Greg Olsen says Thanksgiving takes on a new meaning after 6-week-old son's surgery

CHARLOTTE, N.C. — Thanksgiving has taken on a new meaning for Panthers veteran tight end Greg Olsen.

The stress Carolina fans have endured from the team's close losses this season pales in comparison to what Olsen and his wife Kara have been through the last few months.

Olsen's 6-week-old son T.J. was born with a congenital heart defect called hypoplastic left heart syndrome (HLHS) and spent the first four months of his life in Levine Children's Hospital in Charlotte. He faces two additional surgeries over the next three years — including one in three to five months — but for now is recovering well at home with his healthy twin sister Talbot and their 17-month-old brother Tate.

"It's going to be a whole different type of thankful this Thanksgiving for us," Olsen said. "Through the years you really lose track of what is important and obviously our season hasn't gone really well, but it's going to be such a blessing Thursday to have all of my kids home and together."

The Olsens first discovered there was a problem when prenatal tests on their twins revealed an issue with their unborn son's heart.

Two days after she gave birth to a pair of 8-pound babies on Oct. 9, T.J. was taken into surgery to repair an underdeveloped left ventricle and aorta.

Olsen said doctors told him 25 years ago the condition would have been fatal, but with advancements in medicine there is now a 70 percent survival rate — and some children who've had the surgery are now doing well in their early twenties.

Olsen said T.J. is "thriving" in his recovery.

"He's been home for about two weeks and the biggest thing they told us was to continue to feed him, make sure he eats and continues to grow so he's ready for his next surgery," Olsen said. "He's really doing as well as we could have hoped. So now we're getting him ready for round two."

Regardless of how well the next two surgeries go, T.J. will never be like his father, who has played six seasons in the NFL with Carolina and Chicago.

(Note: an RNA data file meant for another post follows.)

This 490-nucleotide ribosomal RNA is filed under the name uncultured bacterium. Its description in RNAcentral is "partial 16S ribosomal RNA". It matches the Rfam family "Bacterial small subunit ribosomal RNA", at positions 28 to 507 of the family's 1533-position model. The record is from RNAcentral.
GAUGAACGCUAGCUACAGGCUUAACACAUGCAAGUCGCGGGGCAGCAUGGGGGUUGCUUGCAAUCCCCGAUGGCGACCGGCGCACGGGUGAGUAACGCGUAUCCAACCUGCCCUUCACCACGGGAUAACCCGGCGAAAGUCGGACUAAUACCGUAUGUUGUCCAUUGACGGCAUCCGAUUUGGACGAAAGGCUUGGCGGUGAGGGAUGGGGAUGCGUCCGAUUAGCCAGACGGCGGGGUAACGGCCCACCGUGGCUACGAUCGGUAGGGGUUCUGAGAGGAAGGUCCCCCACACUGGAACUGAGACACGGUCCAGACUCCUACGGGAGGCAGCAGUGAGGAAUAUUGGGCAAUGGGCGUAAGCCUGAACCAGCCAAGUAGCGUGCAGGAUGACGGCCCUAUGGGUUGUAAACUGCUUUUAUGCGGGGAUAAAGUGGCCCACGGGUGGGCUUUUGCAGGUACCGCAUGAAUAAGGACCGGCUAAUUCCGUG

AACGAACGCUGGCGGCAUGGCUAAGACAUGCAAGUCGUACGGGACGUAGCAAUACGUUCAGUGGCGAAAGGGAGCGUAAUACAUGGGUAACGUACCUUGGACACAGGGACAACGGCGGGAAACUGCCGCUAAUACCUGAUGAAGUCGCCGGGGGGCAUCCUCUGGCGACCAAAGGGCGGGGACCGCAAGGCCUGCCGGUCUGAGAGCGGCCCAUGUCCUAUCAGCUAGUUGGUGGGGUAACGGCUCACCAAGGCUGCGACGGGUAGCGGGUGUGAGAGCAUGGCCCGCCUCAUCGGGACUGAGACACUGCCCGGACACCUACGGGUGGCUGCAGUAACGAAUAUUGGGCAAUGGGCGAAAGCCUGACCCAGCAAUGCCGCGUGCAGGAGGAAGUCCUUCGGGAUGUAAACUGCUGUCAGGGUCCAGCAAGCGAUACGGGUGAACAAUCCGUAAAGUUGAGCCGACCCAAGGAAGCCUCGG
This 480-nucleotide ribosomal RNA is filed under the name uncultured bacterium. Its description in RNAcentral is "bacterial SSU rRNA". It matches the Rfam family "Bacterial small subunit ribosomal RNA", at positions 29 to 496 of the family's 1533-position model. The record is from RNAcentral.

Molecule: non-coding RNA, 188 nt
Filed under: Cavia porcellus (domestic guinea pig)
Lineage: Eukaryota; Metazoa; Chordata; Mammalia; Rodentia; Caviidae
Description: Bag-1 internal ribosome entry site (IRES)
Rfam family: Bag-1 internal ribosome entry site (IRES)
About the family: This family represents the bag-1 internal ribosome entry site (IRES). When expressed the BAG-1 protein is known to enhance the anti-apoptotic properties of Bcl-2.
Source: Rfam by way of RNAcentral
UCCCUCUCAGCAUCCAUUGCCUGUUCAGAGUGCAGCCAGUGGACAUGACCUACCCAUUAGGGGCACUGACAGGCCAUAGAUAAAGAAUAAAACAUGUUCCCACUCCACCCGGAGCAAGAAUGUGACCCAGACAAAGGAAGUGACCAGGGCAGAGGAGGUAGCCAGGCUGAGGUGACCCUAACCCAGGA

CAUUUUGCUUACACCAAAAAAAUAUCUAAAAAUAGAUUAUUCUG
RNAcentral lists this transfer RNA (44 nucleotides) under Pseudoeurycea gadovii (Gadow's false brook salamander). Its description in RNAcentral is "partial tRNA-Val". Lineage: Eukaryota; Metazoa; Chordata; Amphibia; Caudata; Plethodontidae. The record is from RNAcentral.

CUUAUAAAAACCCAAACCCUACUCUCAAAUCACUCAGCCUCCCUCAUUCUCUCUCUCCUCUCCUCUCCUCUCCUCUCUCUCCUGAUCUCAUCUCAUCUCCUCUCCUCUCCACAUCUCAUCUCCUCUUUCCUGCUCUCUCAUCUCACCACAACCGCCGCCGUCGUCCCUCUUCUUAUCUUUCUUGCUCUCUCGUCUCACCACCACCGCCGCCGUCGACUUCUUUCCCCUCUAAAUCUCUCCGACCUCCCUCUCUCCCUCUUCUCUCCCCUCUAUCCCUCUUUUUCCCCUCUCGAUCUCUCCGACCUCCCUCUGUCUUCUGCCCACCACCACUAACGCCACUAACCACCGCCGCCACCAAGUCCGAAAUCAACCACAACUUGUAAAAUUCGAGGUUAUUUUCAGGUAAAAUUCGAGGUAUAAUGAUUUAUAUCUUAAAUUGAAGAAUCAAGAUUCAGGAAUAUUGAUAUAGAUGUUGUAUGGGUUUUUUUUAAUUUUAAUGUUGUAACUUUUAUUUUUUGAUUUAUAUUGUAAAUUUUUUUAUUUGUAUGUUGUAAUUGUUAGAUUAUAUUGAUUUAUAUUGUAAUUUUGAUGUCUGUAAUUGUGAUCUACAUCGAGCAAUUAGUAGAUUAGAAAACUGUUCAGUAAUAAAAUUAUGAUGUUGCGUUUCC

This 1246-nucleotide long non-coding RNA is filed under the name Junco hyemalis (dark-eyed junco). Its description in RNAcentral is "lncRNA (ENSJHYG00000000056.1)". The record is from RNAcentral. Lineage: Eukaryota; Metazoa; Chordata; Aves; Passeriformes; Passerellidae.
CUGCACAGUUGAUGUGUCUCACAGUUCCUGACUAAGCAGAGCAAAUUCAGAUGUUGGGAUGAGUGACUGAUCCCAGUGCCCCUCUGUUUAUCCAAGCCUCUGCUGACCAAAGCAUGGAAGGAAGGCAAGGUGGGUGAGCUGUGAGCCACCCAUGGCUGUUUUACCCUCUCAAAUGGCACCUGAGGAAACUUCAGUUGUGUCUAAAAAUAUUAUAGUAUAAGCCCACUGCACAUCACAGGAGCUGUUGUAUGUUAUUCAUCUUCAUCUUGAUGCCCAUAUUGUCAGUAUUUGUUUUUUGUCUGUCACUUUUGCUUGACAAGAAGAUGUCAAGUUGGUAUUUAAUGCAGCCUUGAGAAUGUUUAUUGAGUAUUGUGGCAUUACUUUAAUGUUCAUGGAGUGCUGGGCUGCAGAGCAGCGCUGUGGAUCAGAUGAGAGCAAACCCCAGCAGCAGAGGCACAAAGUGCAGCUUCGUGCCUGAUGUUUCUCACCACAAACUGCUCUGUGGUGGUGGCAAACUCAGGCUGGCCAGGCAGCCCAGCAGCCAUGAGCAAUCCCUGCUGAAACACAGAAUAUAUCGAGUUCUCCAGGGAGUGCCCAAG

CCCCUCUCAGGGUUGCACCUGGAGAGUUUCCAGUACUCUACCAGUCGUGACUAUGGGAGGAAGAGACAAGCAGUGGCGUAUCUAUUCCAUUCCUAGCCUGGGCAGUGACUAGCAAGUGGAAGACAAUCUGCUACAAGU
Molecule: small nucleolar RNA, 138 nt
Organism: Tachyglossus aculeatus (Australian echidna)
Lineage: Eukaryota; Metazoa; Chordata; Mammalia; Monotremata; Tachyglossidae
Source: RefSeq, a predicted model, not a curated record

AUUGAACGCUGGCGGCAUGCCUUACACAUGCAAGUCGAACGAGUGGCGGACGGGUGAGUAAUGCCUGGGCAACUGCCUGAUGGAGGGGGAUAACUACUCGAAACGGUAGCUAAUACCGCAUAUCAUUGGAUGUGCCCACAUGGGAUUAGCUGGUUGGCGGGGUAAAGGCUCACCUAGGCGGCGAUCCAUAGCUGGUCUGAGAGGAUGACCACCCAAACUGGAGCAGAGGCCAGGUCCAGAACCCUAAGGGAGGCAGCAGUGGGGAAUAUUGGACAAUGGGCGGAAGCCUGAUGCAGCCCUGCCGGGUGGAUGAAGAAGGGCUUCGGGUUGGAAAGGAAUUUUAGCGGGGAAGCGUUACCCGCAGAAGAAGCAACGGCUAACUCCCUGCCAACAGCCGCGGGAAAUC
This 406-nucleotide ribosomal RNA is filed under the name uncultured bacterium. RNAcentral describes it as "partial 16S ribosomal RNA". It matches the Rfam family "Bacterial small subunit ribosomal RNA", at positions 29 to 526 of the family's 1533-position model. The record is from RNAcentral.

Because of his condition, T.J. won't be able to play contact sports and certainly won't ever put on a football helmet, catch passes running across the middle or block a defensive end.

And Olsen is just fine with that.

Doctors "were saying it like they were trying to warn me," Olsen said. "And I was like, hey listen, you've got the wrong guy here. There's a good chance he wasn't going to play football anyway. I don't care. In times like this you realize if he's just a good student and a good person that is really all that matters at the end of the day."

Olsen said he and Kara were overwhelmed by the outpouring of support from fans, teammates and Panthers owner Jerry Richardson.

He said the entire experience has changed his family forever.

"It's opened our eyes," Olsen said. "A lot of people, until they go through something like this, feel like it is always going to be somebody else. And now here we are going through something you read and hear about with other people. You get through that part of 'What did we ever do to deserve this?'

"But we got past that pretty quick and just kind of embraced it. We've taken on a positive outlook of hey, God wouldn't have given us this baby if we weren't able to handle it."

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